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Thailand could potentially return to rule under the military junta again — if violence should flare up between pro-democracy student protesters and “counter-protesters” loyal to the establishment, one analyst told CNBC on Monday.   

The pro-democracy protests, which have lasted for months, have been largely peaceful so far. Among the protesters’ list of demands are the resignation of Prime Minister Prayuth Chan-ocha and reforms to the monarchy. Prayuth has ignored protesters’ deadline for him to step down.

Royalists — commonly known as the “yellow shirts” — have in recent weeks started to hold counter protests. Last Wednesday, a small counter protest in Bangkok turned violent when a few attendees attacked student demonstrators on the anti-government camp, reported the Associated Press.

“I think that there’s going to be growing tensions which could actually develop into some conflict, perhaps some violent conflict and that’s very dangerous,” Paul Chambers, lecturer and advisor at Naresuan University’s Center of ASEAN Community Studies, told CNBC’s “Squawk Box Asia.”

“These peaceful protests are going to continue, try to continue on. However, there’s going to be some right-wing counter-protesters who I expect are going to try to create some violence, which could lead to some injuries and deaths and eventually, even potentially a military coup,” he said.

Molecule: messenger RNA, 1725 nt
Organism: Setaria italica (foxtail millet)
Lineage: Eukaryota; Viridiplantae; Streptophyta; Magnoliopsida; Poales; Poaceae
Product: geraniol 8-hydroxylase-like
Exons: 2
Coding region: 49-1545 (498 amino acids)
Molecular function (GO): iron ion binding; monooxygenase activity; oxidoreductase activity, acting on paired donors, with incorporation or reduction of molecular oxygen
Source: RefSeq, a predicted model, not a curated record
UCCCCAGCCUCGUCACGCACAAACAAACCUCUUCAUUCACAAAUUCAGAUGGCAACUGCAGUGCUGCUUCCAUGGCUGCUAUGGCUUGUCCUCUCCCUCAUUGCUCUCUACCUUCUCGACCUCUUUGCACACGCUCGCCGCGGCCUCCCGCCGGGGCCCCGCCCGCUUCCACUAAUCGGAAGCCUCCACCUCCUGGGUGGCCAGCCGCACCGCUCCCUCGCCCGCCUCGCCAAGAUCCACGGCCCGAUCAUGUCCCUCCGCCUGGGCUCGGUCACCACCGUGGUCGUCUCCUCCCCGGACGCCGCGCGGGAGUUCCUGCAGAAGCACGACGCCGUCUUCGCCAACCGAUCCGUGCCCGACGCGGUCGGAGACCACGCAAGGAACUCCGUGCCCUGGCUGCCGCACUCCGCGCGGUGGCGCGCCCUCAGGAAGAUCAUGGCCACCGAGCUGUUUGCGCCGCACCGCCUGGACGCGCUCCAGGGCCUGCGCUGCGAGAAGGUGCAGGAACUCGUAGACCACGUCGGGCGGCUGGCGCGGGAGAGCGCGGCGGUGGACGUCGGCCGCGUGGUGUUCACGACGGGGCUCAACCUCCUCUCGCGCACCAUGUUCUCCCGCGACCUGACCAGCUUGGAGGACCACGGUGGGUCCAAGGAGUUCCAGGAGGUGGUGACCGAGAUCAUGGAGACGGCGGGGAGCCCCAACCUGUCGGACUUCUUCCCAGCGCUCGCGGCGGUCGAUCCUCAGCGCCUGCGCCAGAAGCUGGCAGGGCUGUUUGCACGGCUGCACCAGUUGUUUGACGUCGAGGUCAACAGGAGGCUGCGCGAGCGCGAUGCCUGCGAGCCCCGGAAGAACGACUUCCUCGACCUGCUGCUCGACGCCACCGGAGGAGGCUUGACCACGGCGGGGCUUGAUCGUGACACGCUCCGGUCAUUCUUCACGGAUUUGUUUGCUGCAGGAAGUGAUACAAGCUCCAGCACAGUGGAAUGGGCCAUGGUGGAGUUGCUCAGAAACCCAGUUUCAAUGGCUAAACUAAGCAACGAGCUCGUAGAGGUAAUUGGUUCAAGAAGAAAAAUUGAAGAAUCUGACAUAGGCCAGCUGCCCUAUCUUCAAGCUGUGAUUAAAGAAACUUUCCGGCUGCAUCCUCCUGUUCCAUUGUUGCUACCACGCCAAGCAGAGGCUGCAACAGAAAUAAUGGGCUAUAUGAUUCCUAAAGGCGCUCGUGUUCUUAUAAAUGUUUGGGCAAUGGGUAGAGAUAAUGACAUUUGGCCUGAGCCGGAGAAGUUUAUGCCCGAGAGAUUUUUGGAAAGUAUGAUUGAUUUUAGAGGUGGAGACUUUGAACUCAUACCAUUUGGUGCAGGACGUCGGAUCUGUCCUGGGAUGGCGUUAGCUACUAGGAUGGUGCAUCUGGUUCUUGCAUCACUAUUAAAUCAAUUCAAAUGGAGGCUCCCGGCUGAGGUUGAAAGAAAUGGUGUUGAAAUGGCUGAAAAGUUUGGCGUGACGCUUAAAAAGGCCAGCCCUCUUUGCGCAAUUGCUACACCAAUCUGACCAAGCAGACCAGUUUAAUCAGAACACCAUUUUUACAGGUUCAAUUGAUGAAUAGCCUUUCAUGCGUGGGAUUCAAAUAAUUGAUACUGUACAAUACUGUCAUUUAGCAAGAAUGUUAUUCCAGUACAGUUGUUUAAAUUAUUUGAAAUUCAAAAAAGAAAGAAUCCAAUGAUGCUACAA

Chambers explained that if clashes between pro-democracy protesters and royalists grow, the military would have the “perfect rationale” to intervene. That could put an end to the current “facade democracy” — which is indirectly dominated by the military — and mark the beginning of a new junta, he said.

Such a development will not bring much peace for the country, he added.

Thailand is no stranger to military coups, having last experienced one in 2014 engineered by the current prime minister. Last year, the country held its first general election since that coup, which saw the military-backed Palang Pracharath Party lead the coalition government.

Prayuth — now retired from the army — was selected as prime minister by a parliament consisting of many appointed senators from the Thai military and police.

The economic outlook for the Southeast Asian country has dimmed substantially this year even though the country’s coronavirus outbreak is now largely under control. The International Monetary Fund projected the Thai economy could contract by 7.1% this year.